NSA whistleblower revealed as Edward Snowden, 29-year-old ex-CIA employee

Edward Snowden (Guardian)

Edward Snowden (Guardian)

The source of the National Security Agency intelligence leaks that rocked the White House last week was revealed on Sunday by the Guardian as Edward Snowden, a 29-year-old former technical assistant for the CIA and current employee of NSA defense contractor Booz Allen Hamilton.

Snowden, who was interviewed by the newspaper in his hotel room in Hong Kong, where he is hiding, said he has no regrets about going public with information about the NSA’s controversial domestic surveillance programs, even if he never sees his family again.

“I don’t want to live in a society that does these sort of things,” Snowden said. “I do not want to live in a world where everything I do and say is recorded. That is not something I am willing to support or live under. … I can’t in good conscience allow the U.S. government to destroy privacy, internet freedom and basic liberties for people around the world with this massive surveillance machine they’re secretly building.”

Snowden, a Hawaii resident, said he decided to leave his family, girlfriend and a comfortable, $200,000-a-year salary behind, and flew to China on May 20. He chose Hong Kong because “they have a spirited commitment to free speech and the right of political dissent.”

The newspaper said it revealed Snowden’s identity at his request, but that he is concerned it will be a distraction. “I don’t want public attention because I don’t want the story to be about me,” Snowden said. “I want it to be about what the U.S. government is doing.”

But he said he realizes that the government will come after him like they did for Bradley Manning, the former U.S. army soldier who is currently on trial for accused of providing thousands of classified documents to WikiLeaks.

“All my options are bad,” Snowden said. “I could be rendered by the CIA. I could have people come after me. Or any of the third-party partners.”

Snowden said he’s left his hotel room three times in three weeks.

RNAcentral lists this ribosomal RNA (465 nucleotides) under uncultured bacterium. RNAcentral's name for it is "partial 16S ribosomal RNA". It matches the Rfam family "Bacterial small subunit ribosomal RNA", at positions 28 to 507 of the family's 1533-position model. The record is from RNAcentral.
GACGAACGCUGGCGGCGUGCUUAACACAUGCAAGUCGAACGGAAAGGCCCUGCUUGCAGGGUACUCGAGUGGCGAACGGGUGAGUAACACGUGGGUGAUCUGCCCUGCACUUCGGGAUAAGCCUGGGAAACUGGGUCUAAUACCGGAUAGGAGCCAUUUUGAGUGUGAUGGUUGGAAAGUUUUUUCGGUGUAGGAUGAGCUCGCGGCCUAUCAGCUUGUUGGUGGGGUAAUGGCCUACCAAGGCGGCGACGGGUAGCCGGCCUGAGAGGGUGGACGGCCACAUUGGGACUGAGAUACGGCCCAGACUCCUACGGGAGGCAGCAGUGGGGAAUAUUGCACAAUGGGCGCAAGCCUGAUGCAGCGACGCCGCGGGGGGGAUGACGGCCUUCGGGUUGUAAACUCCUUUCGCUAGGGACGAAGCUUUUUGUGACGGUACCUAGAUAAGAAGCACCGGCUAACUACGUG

“We have got a CIA station just up the road—the consulate here in Hong Kong—and I am sure they are going to be busy for the next week,” he continued. “And that is a concern I will live with for the rest of my life, however long that happens to be.”

Snowden said he “carefully evaluated every single document I disclosed to ensure that each was legitimately in the public interest. There are all sorts of documents that would have made a big impact that I didn’t turn over, because harming people isn’t my goal. Transparency is.”

“My sole motive is to inform the public as to that which is done in their name and that which is done against them,” he added. “The only thing I can do is sit here and hope the Hong Kong government does not deport me … My predisposition is to seek asylum in a country with shared values. The nation that most encompasses this is Iceland. They stood up for people over Internet freedom. I have no idea what my future is going to be.”

A spokesman for National Intelligence Director James Clapper did not immediately respond to a request for comment by the Associated Press.

Last week, Clapper blasted the disclosure of the classified program, saying it had already done “grave damage.”

“I understand that I will be made to suffer for my actions,” Snowden wrote a note accompanying the first set of documents, according to the Guardian.

It’s not entirely clear why Snowden chose the Guardian to reveal the surveillance operation, but Glenn Greenwald, one of the Guardian reporters who interviewed Snowden, hinted the whistleblower sought a non-American media outlet.

“There’s a lot of supine behavior, subservient behavior in the part of the American media when it comes to the government,” Greenwald said. “So much reporting in Washington consists of running to government sources, mindlessly repeating what they say after giving anonymity to ensure that they can say it with no accountability, and then simply disseminating it to the public.”

Source: Yahoo News


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